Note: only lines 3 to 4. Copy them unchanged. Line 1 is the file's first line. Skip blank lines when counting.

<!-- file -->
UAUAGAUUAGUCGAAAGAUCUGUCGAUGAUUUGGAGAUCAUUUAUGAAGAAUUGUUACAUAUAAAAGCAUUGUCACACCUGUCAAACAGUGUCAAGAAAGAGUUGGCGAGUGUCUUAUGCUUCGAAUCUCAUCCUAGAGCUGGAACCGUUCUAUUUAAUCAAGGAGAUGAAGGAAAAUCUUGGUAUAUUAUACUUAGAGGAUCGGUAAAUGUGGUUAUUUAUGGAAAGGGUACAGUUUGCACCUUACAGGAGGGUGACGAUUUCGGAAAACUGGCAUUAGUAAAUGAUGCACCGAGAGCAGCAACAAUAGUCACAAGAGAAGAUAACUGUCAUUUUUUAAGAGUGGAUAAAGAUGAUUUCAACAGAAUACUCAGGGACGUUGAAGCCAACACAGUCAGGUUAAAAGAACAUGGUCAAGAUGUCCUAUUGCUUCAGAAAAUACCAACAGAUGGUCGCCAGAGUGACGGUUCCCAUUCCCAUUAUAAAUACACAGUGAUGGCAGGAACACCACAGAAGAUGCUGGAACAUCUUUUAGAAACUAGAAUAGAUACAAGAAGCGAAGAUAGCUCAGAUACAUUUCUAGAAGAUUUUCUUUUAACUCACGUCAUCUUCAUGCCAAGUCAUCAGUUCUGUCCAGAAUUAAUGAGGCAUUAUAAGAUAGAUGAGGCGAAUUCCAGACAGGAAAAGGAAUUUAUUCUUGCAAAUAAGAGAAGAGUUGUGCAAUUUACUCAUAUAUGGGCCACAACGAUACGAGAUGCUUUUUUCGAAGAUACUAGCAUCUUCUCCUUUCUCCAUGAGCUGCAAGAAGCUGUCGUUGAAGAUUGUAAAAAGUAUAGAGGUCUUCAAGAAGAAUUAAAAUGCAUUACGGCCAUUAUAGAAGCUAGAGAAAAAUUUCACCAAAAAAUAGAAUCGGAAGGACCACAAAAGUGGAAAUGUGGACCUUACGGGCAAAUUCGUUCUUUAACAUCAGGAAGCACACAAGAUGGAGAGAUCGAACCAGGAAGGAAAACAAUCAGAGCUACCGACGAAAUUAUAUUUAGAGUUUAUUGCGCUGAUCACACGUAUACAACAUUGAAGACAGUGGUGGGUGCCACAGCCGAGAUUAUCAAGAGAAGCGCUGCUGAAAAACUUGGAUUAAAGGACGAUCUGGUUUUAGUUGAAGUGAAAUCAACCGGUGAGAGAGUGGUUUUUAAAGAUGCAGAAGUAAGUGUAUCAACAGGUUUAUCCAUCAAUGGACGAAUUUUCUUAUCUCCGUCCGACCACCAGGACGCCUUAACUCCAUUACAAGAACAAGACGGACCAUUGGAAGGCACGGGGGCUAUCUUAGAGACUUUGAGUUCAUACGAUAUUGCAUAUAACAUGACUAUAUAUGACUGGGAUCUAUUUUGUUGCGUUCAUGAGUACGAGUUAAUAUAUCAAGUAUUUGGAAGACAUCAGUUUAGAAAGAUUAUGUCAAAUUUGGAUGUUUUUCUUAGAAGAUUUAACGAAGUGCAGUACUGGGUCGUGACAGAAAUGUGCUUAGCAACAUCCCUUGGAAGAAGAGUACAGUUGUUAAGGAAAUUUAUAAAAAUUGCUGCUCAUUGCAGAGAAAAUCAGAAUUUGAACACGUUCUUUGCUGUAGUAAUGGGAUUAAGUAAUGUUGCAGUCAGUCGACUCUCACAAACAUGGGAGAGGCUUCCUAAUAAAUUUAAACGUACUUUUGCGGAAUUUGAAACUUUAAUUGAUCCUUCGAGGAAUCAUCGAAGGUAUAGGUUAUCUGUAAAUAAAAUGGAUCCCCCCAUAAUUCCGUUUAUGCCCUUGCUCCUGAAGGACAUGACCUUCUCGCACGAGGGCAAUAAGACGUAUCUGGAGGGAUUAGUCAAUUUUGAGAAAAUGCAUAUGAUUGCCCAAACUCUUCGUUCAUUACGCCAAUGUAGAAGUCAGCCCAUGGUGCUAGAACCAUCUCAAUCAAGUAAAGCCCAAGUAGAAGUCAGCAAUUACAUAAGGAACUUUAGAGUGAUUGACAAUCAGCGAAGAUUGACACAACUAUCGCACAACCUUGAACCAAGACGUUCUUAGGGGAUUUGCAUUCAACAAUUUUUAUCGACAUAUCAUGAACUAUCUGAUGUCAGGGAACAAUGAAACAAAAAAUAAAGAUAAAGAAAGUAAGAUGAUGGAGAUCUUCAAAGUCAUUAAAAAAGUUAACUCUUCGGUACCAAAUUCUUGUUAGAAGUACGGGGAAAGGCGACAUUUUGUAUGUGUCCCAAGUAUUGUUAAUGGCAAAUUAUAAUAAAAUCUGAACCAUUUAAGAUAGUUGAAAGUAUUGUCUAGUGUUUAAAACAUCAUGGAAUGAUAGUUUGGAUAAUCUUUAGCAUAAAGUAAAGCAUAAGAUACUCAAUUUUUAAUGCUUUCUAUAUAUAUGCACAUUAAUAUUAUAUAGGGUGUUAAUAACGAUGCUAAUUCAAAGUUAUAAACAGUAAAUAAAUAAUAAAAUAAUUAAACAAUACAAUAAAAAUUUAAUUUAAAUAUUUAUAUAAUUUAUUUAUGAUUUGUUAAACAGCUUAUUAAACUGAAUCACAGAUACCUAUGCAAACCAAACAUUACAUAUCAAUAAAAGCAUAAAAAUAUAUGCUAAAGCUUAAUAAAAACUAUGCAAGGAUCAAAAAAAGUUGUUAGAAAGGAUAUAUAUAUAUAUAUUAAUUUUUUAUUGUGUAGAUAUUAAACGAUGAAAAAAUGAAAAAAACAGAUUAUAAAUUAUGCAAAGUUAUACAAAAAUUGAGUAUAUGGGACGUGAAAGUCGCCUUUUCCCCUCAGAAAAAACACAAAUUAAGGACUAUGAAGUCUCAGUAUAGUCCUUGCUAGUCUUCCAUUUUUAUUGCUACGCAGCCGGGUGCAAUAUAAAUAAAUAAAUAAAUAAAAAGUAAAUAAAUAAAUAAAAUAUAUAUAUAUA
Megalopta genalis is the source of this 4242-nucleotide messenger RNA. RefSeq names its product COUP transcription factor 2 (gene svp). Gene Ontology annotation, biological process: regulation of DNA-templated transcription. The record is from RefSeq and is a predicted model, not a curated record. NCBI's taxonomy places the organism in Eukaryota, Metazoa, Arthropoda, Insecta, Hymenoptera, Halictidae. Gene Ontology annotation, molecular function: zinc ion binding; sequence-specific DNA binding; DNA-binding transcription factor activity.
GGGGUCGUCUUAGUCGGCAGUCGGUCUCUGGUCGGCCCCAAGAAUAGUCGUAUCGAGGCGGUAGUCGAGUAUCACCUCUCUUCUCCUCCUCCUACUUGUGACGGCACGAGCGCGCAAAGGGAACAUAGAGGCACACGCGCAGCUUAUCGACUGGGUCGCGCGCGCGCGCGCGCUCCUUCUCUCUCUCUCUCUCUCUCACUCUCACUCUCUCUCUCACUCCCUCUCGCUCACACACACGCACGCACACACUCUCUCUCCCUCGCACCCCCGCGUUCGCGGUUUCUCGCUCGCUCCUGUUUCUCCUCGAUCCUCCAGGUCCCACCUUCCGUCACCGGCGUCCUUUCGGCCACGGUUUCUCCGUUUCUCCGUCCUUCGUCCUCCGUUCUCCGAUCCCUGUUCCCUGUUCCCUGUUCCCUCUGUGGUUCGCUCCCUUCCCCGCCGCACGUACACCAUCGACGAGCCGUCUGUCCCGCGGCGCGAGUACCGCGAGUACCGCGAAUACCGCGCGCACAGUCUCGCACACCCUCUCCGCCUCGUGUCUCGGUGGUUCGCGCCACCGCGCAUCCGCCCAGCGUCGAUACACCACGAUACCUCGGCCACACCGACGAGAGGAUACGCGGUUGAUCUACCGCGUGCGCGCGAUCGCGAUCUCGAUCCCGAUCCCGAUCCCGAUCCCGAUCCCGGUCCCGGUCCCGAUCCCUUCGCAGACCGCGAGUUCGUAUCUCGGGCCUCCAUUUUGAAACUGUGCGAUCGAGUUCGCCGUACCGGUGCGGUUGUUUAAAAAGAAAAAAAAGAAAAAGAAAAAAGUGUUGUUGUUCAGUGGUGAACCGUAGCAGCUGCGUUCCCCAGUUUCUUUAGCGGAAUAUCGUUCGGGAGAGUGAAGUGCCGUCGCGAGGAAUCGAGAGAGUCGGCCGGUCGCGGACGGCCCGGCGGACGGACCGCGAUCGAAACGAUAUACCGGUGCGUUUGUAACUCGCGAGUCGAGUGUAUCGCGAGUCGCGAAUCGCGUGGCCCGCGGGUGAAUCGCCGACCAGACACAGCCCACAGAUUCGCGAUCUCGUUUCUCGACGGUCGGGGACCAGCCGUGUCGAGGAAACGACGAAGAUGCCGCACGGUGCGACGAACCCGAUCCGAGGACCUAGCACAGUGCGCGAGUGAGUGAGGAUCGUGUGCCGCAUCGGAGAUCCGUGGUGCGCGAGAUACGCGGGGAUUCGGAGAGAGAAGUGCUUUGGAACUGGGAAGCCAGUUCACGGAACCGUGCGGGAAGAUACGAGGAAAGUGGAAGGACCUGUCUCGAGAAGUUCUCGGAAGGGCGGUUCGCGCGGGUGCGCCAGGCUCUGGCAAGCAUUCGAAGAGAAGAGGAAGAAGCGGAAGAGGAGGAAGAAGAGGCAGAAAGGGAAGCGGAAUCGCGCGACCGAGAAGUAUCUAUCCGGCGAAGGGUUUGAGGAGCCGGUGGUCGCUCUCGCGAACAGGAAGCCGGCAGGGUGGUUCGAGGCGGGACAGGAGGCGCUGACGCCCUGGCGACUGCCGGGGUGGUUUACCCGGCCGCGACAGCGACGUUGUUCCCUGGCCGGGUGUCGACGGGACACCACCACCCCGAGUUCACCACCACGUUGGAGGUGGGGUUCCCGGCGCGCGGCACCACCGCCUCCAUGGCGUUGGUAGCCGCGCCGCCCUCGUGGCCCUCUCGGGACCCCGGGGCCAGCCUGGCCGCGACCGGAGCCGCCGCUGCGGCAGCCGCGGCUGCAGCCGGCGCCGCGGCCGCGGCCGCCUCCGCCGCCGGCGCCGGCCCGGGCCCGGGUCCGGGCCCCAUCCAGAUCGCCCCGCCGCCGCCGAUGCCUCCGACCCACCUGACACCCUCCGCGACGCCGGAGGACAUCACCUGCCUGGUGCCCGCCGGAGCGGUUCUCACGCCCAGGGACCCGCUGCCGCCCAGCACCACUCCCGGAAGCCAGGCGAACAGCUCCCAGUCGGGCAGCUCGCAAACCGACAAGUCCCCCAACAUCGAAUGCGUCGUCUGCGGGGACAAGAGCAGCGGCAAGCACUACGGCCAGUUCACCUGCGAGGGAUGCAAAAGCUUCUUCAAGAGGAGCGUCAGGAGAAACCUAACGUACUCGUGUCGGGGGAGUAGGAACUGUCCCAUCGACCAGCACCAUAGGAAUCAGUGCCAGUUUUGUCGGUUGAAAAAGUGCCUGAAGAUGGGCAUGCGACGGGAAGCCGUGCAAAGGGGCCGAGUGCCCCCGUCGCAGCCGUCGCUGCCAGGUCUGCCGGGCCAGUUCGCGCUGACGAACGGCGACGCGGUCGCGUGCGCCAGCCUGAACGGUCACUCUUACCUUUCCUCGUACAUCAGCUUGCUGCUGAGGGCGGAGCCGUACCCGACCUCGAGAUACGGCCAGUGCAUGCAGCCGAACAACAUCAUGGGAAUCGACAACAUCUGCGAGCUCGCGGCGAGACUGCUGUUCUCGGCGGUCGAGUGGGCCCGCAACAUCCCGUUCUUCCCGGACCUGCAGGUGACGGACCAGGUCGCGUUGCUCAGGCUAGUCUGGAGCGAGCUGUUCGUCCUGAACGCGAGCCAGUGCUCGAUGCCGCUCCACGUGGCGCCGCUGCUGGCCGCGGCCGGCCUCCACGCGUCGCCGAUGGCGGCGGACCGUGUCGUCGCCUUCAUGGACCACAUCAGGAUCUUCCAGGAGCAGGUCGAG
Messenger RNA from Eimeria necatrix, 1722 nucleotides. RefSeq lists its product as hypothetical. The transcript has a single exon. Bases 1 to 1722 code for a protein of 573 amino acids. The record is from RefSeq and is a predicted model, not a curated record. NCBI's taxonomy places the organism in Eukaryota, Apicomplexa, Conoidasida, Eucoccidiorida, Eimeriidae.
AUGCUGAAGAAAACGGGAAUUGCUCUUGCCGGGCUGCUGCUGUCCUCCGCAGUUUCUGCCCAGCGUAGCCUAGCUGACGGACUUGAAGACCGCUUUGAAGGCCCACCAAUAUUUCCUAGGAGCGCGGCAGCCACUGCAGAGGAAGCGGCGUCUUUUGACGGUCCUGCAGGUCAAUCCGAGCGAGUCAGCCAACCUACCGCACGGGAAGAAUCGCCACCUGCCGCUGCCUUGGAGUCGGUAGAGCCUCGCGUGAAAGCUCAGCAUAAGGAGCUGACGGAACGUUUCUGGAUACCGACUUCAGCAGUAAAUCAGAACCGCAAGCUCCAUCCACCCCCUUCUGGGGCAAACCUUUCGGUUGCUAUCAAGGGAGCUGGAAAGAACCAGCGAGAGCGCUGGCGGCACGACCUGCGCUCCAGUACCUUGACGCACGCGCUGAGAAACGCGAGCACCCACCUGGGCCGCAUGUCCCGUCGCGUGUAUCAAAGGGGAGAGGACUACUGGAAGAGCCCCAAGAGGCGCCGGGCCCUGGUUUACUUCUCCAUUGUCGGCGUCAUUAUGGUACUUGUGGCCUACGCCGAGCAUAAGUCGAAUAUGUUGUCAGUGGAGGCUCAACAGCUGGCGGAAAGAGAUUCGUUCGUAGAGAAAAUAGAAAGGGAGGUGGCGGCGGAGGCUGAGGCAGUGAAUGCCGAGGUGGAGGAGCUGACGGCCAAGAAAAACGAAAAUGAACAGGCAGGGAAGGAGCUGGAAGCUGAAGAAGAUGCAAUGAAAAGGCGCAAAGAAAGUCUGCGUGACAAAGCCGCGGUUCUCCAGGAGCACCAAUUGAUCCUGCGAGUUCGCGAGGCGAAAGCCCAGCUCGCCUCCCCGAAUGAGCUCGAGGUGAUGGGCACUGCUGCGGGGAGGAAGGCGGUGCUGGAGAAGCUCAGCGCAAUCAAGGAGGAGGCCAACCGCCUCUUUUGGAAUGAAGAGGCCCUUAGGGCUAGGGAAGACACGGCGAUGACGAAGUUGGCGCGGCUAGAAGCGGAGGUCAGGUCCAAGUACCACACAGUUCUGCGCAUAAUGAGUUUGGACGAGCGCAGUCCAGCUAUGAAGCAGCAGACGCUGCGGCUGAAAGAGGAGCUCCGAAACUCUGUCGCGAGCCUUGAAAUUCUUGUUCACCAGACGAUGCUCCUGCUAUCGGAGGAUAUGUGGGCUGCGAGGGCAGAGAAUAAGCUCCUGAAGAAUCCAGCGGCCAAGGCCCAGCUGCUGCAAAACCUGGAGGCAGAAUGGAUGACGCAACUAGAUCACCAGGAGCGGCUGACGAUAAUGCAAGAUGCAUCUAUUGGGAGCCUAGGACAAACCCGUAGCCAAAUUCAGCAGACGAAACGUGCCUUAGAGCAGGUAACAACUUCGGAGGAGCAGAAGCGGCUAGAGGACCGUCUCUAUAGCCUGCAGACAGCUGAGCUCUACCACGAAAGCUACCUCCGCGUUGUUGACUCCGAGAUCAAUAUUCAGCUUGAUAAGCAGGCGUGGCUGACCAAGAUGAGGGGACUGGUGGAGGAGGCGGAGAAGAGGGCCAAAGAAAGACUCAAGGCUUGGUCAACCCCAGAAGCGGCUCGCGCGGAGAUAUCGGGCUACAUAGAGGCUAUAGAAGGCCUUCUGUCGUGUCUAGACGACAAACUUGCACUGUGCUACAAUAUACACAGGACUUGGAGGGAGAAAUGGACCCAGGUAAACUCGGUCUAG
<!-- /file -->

GGGGUCGUCUUAGUCGGCAGUCGGUCUCUGGUCGGCCCCAAGAAUAGUCGUAUCGAGGCGGUAGUCGAGUAUCACCUCUCUUCUCCUCCUCCUACUUGUGACGGCACGAGCGCGCAAAGGGAACAUAGAGGCACACGCGCAGCUUAUCGACUGGGUCGCGCGCGCGCGCGCGCUCCUUCUCUCUCUCUCUCUCUCUCACUCUCACUCUCUCUCUCACUCCCUCUCGCUCACACACACGCACGCACACACUCUCUCUCCCUCGCACCCCCGCGUUCGCGGUUUCUCGCUCGCUCCUGUUUCUCCUCGAUCCUCCAGGUCCCACCUUCCGUCACCGGCGUCCUUUCGGCCACGGUUUCUCCGUUUCUCCGUCCUUCGUCCUCCGUUCUCCGAUCCCUGUUCCCUGUUCCCUGUUCCCUCUGUGGUUCGCUCCCUUCCCCGCCGCACGUACACCAUCGACGAGCCGUCUGUCCCGCGGCGCGAGUACCGCGAGUACCGCGAAUACCGCGCGCACAGUCUCGCACACCCUCUCCGCCUCGUGUCUCGGUGGUUCGCGCCACCGCGCAUCCGCCCAGCGUCGAUACACCACGAUACCUCGGCCACACCGACGAGAGGAUACGCGGUUGAUCUACCGCGUGCGCGCGAUCGCGAUCUCGAUCCCGAUCCCGAUCCCGAUCCCGAUCCCGGUCCCGGUCCCGAUCCCUUCGCAGACCGCGAGUUCGUAUCUCGGGCCUCCAUUUUGAAACUGUGCGAUCGAGUUCGCCGUACCGGUGCGGUUGUUUAAAAAGAAAAAAAAGAAAAAGAAAAAAGUGUUGUUGUUCAGUGGUGAACCGUAGCAGCUGCGUUCCCCAGUUUCUUUAGCGGAAUAUCGUUCGGGAGAGUGAAGUGCCGUCGCGAGGAAUCGAGAGAGUCGGCCGGUCGCGGACGGCCCGGCGGACGGACCGCGAUCGAAACGAUAUACCGGUGCGUUUGUAACUCGCGAGUCGAGUGUAUCGCGAGUCGCGAAUCGCGUGGCCCGCGGGUGAAUCGCCGACCAGACACAGCCCACAGAUUCGCGAUCUCGUUUCUCGACGGUCGGGGACCAGCCGUGUCGAGGAAACGACGAAGAUGCCGCACGGUGCGACGAACCCGAUCCGAGGACCUAGCACAGUGCGCGAGUGAGUGAGGAUCGUGUGCCGCAUCGGAGAUCCGUGGUGCGCGAGAUACGCGGGGAUUCGGAGAGAGAAGUGCUUUGGAACUGGGAAGCCAGUUCACGGAACCGUGCGGGAAGAUACGAGGAAAGUGGAAGGACCUGUCUCGAGAAGUUCUCGGAAGGGCGGUUCGCGCGGGUGCGCCAGGCUCUGGCAAGCAUUCGAAGAGAAGAGGAAGAAGCGGAAGAGGAGGAAGAAGAGGCAGAAAGGGAAGCGGAAUCGCGCGACCGAGAAGUAUCUAUCCGGCGAAGGGUUUGAGGAGCCGGUGGUCGCUCUCGCGAACAGGAAGCCGGCAGGGUGGUUCGAGGCGGGACAGGAGGCGCUGACGCCCUGGCGACUGCCGGGGUGGUUUACCCGGCCGCGACAGCGACGUUGUUCCCUGGCCGGGUGUCGACGGGACACCACCACCCCGAGUUCACCACCACGUUGGAGGUGGGGUUCCCGGCGCGCGGCACCACCGCCUCCAUGGCGUUGGUAGCCGCGCCGCCCUCGUGGCCCUCUCGGGACCCCGGGGCCAGCCUGGCCGCGACCGGAGCCGCCGCUGCGGCAGCCGCGGCUGCAGCCGGCGCCGCGGCCGCGGCCGCCUCCGCCGCCGGCGCCGGCCCGGGCCCGGGUCCGGGCCCCAUCCAGAUCGCCCCGCCGCCGCCGAUGCCUCCGACCCACCUGACACCCUCCGCGACGCCGGAGGACAUCACCUGCCUGGUGCCCGCCGGAGCGGUUCUCACGCCCAGGGACCCGCUGCCGCCCAGCACCACUCCCGGAAGCCAGGCGAACAGCUCCCAGUCGGGCAGCUCGCAAACCGACAAGUCCCCCAACAUCGAAUGCGUCGUCUGCGGGGACAAGAGCAGCGGCAAGCACUACGGCCAGUUCACCUGCGAGGGAUGCAAAAGCUUCUUCAAGAGGAGCGUCAGGAGAAACCUAACGUACUCGUGUCGGGGGAGUAGGAACUGUCCCAUCGACCAGCACCAUAGGAAUCAGUGCCAGUUUUGUCGGUUGAAAAAGUGCCUGAAGAUGGGCAUGCGACGGGAAGCCGUGCAAAGGGGCCGAGUGCCCCCGUCGCAGCCGUCGCUGCCAGGUCUGCCGGGCCAGUUCGCGCUGACGAACGGCGACGCGGUCGCGUGCGCCAGCCUGAACGGUCACUCUUACCUUUCCUCGUACAUCAGCUUGCUGCUGAGGGCGGAGCCGUACCCGACCUCGAGAUACGGCCAGUGCAUGCAGCCGAACAACAUCAUGGGAAUCGACAACAUCUGCGAGCUCGCGGCGAGACUGCUGUUCUCGGCGGUCGAGUGGGCCCGCAACAUCCCGUUCUUCCCGGACCUGCAGGUGACGGACCAGGUCGCGUUGCUCAGGCUAGUCUGGAGCGAGCUGUUCGUCCUGAACGCGAGCCAGUGCUCGAUGCCGCUCCACGUGGCGCCGCUGCUGGCCGCGGCCGGCCUCCACGCGUCGCCGAUGGCGGCGGACCGUGUCGUCGCCUUCAUGGACCACAUCAGGAUCUUCCAGGAGCAGGUCGAG
Messenger RNA from Eimeria necatrix, 1722 nucleotides. RefSeq lists its product as hypothetical. The transcript has a single exon. Bases 1 to 1722 code for a protein of 573 amino acids. The record is from RefSeq and is a predicted model, not a curated record. NCBI's taxonomy places the organism in Eukaryota, Apicomplexa, Conoidasida, Eucoccidiorida, Eimeriidae.